Are you or your team going on a mission trip to the other side of the world this year? I'm so excited for you, and I hope you're as prepared as you can be when the time comes! May God use you on your trip to bring others to know Him! In addition to the cultural, language, and practical training you may receive before you leave, I also want to help you do jet lag in a way that helps you be in the moment as much as you can!
As someone who has done the 36-hour travel process of flying between North America and Asia fourteen times in the past eleven years (plus countless considerably shorter plane trips), I like to consider myself a tiny bit of an expert on the topic. I have been slowly tweaking my travel process since the beginning, to the point that in my last trip across twelve time zones, I hardly felt the effects of jet lag at all! Since I'd love for you to not need eleven years to figure it out, I want to share with you what I did!
Click here to download the free information sheet on our Travel Journal, a perfect organizer and keepsake for your team's short-term mission trip!
To start out, it's worth mentioning that when you travel between North America and Asia, most people experience very noticeable jet lag pretty heavily for about the first three days, and then it gets gradually better. The general rule is that the human body needs one day to adjust per hour different from the time zone you started from. So it can take about twelve days to adjust fully.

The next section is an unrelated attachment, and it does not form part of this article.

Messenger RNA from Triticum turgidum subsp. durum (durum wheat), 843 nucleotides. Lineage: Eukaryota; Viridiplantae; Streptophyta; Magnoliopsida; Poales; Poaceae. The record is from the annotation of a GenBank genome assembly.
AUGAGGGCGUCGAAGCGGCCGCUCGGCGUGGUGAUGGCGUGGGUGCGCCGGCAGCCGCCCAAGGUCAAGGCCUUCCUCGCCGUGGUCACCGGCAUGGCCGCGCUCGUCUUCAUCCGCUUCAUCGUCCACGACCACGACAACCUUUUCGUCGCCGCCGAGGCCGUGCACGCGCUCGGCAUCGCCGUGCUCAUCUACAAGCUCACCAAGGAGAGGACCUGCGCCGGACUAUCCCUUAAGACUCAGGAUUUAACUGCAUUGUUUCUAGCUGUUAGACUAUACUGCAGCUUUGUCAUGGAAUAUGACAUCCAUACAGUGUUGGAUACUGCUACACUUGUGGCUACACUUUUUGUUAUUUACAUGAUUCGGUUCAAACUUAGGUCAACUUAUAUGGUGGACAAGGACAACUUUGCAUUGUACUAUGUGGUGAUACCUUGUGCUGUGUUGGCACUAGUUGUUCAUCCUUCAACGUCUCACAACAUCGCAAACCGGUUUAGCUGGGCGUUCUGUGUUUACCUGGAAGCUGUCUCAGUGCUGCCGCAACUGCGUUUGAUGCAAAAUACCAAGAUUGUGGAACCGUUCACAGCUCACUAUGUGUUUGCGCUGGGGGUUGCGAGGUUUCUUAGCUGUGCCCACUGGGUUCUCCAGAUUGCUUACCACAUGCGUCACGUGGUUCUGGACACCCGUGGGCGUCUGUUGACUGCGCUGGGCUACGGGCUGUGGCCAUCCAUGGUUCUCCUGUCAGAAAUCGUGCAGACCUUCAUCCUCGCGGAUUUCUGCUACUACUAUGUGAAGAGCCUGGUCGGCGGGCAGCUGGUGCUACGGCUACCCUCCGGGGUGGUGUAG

In the beginning, my jet lag generally made me wake up in my new time zone very early for the first few mornings, and then I found it very difficult to stay awake until evening. On the first full day or two, there was always a point around 3 PM where I had to force myself to stay awake, but only had enough energy to sit and stare at a wall for about an hour and a half before getting a second wind. Really, getting over jet lag is normally an unpleasant experience. It can be very disruptive when you are going through initial on-boarding training, or need to start your mission responsibilities right away. Cue the solution I developed!
Now, I'm not a doctor, so maybe some of the things I talk about below aren't the healthiest way to do things. Please take my advice at your own risk, but these steps have been very successful for me! Here they are!
I used our Travel Journal on my latest trip to help me follow the jet lag steps below, keep track of my responsibilities, and journal about what happened. I taped in photos and other mementos, too! To look into a Travel Journal for your team, click here!
It starts two days before your plane leaves. I normally go to bed a bit before midnight, but for the days leading up to the trip, I adjust my bedtime four hours earlier every day. To help me do this, I sleep with a blindfold on and earplugs in, and I take two Benadryl and a melatonin when I lay down (both are over-the-counter, non-addictive sleeping pills, and melatonin is a chemical your body makes when it starts winding down). This adjustment and drug-taking doesn't lead to the most restful sleep ever, but it does help my body realize something is happening. For the two days leading up to my trip, I go to sleep at 8 PM the first day, then 4 PM the second. I aim to sleep for eight hours, but a little more or less than that can also be okay. Food is one aspect of my jet lag strategy, but it doesn't matter too much before your travel actually begins.